Improving estimates of water resources in a semi-arid region by assimilating GRACE data into the PCR-GLOBWB hydrological model
N. Tangdamrongsub1,2, S. C. Steele-Dunne3, B. C. Gunter1,4, P. G. Ditmar1, E. H. Sutanudjaja5, Y. Sun1, T. Xia6, and Z. Wang6,71Department of Geoscience and Remote Sensing, Faculty of Civil Engineering and Geosciences, Delft University of Technology, Delft, The Netherlands 2School of Engineering, Faculty of Engineering and Built Environment, The University of Newcastle, Callaghan, New South Wales, Australia 3Department of Water Resources, Faculty of Civil Engineering and Geosciences, Delft University of Technology, Delft, The Netherlands 4School of Aerospace Engineering, Georgia Institute of Technology, Atlanta, The United States of America 5Department of Physical Geography, Faculty of Geosciences, Utrecht University, Utrecht, The Netherlands 6Department of Hydraulic Engineering, Tsinghua University, Beijing 100084, China 7State Key Lab of Hydroscience and Engineering, Tsinghua University, Beijing 100084, China
Abstract. An accurate estimation of water resources dynamics is crucial for proper management of both agriculture and the local ecology, particularly in semi-arid regions. Imperfections in model physics, uncertainties in model land parameters and meteorological data, as well as the human impact on land changes often limit the accuracy of hydrological models in estimating water storages. To mitigate this problem, this study investigated the assimilation of Terrestrial Water Storage (TWS) estimates derived from the Gravity Recovery And Climate Experiment (GRACE) data using an Ensemble Kalman Filter (EnKF) approach. The region considered was the Hexi Corridor of Northern China. The hydrological model used for the analysis was PCR-GLOBWB, driven by satellite-based forcing data from April 2002 to December 2010. In this study, EnKF 3D scheme, which accounts for the GRACE spatially-correlated errors, was used. The correlated errors were propagated from the full error variance-covariance matrices provided as a part of the GRACE data product. The impact of the GRACE Data Assimilation (DA) scheme was evaluated in terms of the TWS, as well as individual hydrological storage estimates. The capability of GRACE DA to adjust the storage level was apparent not only for the entire TWS but also for the groundwater component, which had annual amplitude, phase, and long-term trend estimates closer to the GRACE observations. This study also assessed the benefits of taking into account correlations of errors in GRACE-based estimates. The assessment was carried out by comparing the EnKF results, with and without taking into account error correlations, with the in situ groundwater data from 5 well sites and the in situ streamflow data from two river gauges. On average, the experiments showed that GRACE DA improved the accuracy of groundwater storage estimates by as much as 25 %. The inclusion of error correlations provided an equal or greater improvement in the estimates. No significant benefits of GRACE DA were observed in terms of streamflow estimates, which reflect a limited spatial and temporal resolution of GRACE observations. Results from the 9-year long GRACE DA study were used to assess the status of water resources over the Hexi Corridor. Areally-averaged values revealed that TWS, soil moisture, and groundwater storages over the region decreased with an average rate of approximately 0.2, 0.1, and 0.1 cm/yr in terms of equivalent water heights, respectively. A substantial decline in TWS (approximately −0.4 cm/yr) was seen over the Shiyang River Basin in particular, and the reduction mostly occurred in the groundwater layer. An investigation of the relationship between water resources and agriculture suggested that groundwater consumption required to maintain the growing period in this specific basin was likely the cause of the groundwater depletion.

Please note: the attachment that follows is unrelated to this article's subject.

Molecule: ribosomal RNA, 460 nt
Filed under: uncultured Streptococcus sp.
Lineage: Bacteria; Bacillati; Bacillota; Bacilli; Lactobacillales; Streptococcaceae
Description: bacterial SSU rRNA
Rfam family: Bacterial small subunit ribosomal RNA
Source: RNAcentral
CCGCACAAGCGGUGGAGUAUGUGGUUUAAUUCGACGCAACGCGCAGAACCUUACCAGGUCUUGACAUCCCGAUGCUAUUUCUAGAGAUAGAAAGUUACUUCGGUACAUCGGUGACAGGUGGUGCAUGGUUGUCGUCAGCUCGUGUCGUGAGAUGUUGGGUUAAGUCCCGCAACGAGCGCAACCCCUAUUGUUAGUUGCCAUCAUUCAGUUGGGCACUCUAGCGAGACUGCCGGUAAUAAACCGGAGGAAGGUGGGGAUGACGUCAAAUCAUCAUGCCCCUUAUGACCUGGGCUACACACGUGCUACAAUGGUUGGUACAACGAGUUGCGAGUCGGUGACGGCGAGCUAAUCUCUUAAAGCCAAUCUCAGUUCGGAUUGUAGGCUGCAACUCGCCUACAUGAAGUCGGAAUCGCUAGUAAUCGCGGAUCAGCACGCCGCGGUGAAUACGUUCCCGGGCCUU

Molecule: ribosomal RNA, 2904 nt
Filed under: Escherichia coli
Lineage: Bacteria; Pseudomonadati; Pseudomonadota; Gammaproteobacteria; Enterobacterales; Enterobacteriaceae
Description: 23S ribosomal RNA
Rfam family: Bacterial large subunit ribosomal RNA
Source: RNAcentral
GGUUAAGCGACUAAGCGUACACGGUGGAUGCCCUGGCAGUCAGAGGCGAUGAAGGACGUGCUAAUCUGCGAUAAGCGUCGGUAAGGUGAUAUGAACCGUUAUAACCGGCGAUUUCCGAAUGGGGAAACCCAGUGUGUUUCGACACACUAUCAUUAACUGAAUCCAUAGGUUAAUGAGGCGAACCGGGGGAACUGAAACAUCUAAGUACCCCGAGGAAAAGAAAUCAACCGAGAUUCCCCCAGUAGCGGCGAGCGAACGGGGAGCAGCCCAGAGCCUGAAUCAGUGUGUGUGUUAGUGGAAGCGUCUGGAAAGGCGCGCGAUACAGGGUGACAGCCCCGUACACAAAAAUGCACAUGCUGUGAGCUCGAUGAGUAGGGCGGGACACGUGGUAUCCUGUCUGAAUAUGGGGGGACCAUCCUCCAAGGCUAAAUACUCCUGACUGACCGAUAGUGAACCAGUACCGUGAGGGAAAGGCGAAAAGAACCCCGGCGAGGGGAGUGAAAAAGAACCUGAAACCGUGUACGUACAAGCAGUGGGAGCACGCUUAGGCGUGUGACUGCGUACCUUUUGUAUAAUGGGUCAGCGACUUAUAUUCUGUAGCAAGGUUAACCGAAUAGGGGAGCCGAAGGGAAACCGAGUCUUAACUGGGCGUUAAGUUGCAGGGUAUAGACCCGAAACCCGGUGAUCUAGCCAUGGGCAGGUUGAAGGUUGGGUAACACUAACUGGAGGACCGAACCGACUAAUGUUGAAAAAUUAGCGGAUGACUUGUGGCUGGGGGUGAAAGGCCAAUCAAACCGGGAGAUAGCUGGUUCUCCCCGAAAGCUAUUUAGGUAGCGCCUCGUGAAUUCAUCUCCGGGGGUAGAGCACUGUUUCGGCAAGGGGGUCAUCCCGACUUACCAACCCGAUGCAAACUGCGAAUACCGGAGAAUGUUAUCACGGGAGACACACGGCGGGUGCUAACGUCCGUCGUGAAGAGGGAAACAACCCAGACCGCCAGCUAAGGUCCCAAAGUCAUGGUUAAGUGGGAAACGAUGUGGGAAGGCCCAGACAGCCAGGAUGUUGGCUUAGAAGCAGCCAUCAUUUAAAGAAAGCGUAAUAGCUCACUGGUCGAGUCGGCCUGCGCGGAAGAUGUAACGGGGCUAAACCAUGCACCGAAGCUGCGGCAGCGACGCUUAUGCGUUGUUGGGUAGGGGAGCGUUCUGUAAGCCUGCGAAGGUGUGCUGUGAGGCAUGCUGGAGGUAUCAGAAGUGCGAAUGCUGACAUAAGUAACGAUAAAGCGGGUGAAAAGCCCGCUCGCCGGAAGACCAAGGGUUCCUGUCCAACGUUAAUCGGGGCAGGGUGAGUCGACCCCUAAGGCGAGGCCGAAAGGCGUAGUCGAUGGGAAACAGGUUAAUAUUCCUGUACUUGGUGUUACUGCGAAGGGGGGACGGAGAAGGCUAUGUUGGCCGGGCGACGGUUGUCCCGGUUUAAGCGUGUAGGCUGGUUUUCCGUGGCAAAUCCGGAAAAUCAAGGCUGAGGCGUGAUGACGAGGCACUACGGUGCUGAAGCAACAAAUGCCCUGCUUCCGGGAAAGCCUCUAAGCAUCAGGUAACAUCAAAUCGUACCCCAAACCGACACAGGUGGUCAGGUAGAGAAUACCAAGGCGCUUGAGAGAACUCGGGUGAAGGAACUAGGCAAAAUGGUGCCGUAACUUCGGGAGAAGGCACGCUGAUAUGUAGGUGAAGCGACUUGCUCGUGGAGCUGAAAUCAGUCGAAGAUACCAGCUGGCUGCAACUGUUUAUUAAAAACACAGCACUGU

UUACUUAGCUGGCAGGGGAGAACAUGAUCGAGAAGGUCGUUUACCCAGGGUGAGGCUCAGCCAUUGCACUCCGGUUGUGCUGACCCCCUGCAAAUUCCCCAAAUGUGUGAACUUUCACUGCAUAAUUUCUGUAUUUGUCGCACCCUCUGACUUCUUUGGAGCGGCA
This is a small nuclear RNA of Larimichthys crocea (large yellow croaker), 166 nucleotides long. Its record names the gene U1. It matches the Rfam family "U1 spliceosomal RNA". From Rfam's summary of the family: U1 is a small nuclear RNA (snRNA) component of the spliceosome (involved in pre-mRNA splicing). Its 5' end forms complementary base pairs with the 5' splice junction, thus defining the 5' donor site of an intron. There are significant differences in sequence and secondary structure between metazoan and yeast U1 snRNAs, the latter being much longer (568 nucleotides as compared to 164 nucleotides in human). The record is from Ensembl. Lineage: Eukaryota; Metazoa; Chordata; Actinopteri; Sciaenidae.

Tangdamrongsub, N., Steele-Dunne, S. C., Gunter, B. C., Ditmar, P. G., Sutanudjaja, E. H., Sun, Y., Xia, T., and Wang, Z.: Improving estimates of water resources in a semi-arid region by assimilating GRACE data into the PCR-GLOBWB hydrological model, Hydrol. Earth Syst. Sci. Discuss., doi:10.5194/hess-2016-354, in review, 2016.